"The test for determining whether a prosecution is unconstitutionally selective is two-pronged. To support a selective prosecution claim a defendant bears a heavy burden of establishing, at least prima facie (1) that he has been singled out for prosecution, and (2) that the selectivity for prosecution was invidious or in bad faith, and that it was based on such impermissible considerations as race, religion, or the desire to prevent or inhibit the exercise of such constitutional rights as free speech...
      "...Here, the IRS declared (and the court believed) that it intended to select and silence outspoken 'tax protesters.' Thus, both the fact of selectivity and its motivation to silence the outspoken are proved by direct evidence. I find it impossible to believe that the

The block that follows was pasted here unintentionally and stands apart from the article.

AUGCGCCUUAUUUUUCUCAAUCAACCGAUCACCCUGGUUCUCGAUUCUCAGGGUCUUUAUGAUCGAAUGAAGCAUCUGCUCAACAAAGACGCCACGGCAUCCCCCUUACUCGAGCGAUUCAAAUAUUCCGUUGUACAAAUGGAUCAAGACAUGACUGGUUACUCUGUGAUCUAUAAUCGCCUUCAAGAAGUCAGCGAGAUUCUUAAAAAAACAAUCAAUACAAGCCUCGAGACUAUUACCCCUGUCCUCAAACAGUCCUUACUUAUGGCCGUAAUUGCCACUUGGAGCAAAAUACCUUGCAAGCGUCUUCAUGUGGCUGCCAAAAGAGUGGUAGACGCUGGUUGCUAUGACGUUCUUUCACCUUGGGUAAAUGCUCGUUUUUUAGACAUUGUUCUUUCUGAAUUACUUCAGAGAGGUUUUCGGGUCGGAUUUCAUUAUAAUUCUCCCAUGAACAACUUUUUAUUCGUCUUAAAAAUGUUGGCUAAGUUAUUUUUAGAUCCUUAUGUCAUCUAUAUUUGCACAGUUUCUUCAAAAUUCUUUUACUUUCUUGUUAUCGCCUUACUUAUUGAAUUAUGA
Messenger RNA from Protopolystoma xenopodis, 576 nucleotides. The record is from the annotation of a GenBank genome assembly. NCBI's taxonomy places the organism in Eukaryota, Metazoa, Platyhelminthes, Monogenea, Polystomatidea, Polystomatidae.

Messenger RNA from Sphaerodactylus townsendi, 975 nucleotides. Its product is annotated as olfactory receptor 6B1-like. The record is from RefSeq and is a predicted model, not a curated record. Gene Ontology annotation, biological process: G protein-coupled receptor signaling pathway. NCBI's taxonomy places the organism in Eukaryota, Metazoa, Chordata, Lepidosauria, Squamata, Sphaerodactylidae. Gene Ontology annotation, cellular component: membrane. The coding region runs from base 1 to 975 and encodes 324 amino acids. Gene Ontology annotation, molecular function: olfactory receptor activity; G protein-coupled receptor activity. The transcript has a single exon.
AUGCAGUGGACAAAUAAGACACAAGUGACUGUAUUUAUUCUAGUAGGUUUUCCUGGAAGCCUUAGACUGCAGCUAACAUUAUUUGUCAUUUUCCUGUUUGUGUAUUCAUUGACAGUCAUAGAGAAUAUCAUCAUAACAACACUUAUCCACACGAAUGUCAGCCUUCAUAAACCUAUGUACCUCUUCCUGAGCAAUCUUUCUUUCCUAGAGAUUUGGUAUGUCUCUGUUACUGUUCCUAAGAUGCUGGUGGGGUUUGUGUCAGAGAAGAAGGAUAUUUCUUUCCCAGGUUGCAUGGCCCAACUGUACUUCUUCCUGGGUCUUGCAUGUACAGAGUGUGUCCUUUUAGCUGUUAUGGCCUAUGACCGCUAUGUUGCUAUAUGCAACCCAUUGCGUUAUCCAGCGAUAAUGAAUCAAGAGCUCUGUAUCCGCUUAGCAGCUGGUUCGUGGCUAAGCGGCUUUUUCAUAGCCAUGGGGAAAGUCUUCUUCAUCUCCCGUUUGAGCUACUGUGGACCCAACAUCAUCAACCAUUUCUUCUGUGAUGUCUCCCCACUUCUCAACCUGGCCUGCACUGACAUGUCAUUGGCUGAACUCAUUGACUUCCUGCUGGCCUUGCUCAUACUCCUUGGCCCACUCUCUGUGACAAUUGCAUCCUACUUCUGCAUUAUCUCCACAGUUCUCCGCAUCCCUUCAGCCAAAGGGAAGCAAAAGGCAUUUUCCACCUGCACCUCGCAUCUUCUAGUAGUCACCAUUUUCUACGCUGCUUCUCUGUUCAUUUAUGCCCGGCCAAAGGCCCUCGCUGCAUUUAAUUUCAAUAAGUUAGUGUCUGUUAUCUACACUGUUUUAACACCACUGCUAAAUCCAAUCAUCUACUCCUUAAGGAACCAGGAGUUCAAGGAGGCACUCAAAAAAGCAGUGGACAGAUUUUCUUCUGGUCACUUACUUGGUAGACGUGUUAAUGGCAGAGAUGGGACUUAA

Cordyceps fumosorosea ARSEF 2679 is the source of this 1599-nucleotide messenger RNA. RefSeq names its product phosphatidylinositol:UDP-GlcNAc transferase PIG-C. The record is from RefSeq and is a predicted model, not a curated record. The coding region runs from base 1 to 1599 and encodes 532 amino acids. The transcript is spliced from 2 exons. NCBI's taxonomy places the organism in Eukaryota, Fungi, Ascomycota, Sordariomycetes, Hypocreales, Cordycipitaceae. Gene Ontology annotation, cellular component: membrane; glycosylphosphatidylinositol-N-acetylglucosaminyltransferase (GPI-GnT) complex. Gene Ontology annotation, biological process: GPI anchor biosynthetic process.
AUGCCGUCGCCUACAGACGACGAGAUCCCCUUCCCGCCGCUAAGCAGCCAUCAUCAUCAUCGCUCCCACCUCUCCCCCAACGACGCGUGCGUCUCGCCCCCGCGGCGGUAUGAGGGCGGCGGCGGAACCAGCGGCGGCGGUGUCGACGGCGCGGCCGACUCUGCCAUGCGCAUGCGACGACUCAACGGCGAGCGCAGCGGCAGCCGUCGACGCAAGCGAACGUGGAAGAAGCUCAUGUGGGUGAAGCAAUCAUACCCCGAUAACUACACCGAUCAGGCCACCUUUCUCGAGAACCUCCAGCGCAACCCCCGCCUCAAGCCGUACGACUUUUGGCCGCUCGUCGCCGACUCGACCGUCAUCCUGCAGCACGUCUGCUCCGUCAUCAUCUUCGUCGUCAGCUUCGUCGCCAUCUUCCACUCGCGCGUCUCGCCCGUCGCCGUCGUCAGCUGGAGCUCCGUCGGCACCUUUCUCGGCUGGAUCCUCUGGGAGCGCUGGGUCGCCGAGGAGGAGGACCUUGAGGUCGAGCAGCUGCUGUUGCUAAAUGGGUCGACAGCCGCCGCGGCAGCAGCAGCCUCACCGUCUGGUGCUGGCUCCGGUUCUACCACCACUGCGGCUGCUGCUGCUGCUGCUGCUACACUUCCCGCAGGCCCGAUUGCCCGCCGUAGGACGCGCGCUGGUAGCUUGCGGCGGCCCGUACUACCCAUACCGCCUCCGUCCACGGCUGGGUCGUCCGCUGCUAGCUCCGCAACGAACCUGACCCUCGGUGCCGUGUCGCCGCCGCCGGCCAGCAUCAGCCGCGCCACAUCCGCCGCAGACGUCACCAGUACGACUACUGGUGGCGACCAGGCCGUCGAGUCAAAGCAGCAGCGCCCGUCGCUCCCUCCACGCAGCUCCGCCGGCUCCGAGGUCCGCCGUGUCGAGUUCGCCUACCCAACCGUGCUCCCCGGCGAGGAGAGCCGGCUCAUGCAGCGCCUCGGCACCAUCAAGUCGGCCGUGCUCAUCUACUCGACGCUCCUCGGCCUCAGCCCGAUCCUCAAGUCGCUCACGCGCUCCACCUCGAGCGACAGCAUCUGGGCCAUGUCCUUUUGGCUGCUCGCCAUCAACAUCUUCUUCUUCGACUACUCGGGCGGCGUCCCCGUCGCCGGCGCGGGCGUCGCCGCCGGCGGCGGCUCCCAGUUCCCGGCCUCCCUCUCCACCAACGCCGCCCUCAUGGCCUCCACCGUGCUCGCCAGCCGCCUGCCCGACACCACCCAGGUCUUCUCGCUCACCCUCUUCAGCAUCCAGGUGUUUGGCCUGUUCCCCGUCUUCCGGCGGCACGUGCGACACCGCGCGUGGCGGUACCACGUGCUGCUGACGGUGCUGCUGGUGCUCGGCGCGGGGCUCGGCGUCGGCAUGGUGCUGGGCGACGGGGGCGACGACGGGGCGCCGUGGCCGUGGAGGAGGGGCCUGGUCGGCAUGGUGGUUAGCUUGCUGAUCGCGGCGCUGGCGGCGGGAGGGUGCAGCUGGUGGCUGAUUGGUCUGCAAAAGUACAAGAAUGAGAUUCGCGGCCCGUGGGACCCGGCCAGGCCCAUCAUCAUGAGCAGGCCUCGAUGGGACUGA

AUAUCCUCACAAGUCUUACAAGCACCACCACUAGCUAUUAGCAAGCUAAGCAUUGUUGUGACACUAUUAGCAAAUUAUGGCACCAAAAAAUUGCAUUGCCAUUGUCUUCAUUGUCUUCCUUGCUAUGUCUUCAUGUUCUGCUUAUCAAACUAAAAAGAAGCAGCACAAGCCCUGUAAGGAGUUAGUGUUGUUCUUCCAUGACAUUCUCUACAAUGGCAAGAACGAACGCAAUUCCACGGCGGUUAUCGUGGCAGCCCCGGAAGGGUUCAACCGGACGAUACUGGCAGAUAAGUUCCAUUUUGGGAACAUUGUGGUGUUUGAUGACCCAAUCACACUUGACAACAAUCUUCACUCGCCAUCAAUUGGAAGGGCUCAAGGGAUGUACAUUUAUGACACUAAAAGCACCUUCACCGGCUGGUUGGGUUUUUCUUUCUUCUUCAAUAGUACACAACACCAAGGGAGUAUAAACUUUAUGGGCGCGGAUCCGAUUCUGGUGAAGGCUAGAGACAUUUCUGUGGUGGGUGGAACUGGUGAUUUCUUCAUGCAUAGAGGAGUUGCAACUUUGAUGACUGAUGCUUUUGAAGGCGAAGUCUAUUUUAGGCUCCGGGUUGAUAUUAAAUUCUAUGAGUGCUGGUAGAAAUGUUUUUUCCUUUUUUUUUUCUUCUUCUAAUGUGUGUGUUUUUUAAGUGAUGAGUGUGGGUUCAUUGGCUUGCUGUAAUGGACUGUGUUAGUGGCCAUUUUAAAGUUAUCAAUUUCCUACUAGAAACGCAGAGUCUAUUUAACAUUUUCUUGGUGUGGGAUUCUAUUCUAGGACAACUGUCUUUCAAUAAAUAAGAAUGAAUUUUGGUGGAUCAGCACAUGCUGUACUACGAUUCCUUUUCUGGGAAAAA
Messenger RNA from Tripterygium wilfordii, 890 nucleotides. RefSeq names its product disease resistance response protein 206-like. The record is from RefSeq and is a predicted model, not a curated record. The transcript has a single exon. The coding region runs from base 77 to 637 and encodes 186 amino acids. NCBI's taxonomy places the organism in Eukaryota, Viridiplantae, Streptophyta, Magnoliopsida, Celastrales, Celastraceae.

1 Comments in Response to

Comment by Joseph Cronin
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 I couldn't down load the end of your book . Where can I get it ? Thank you .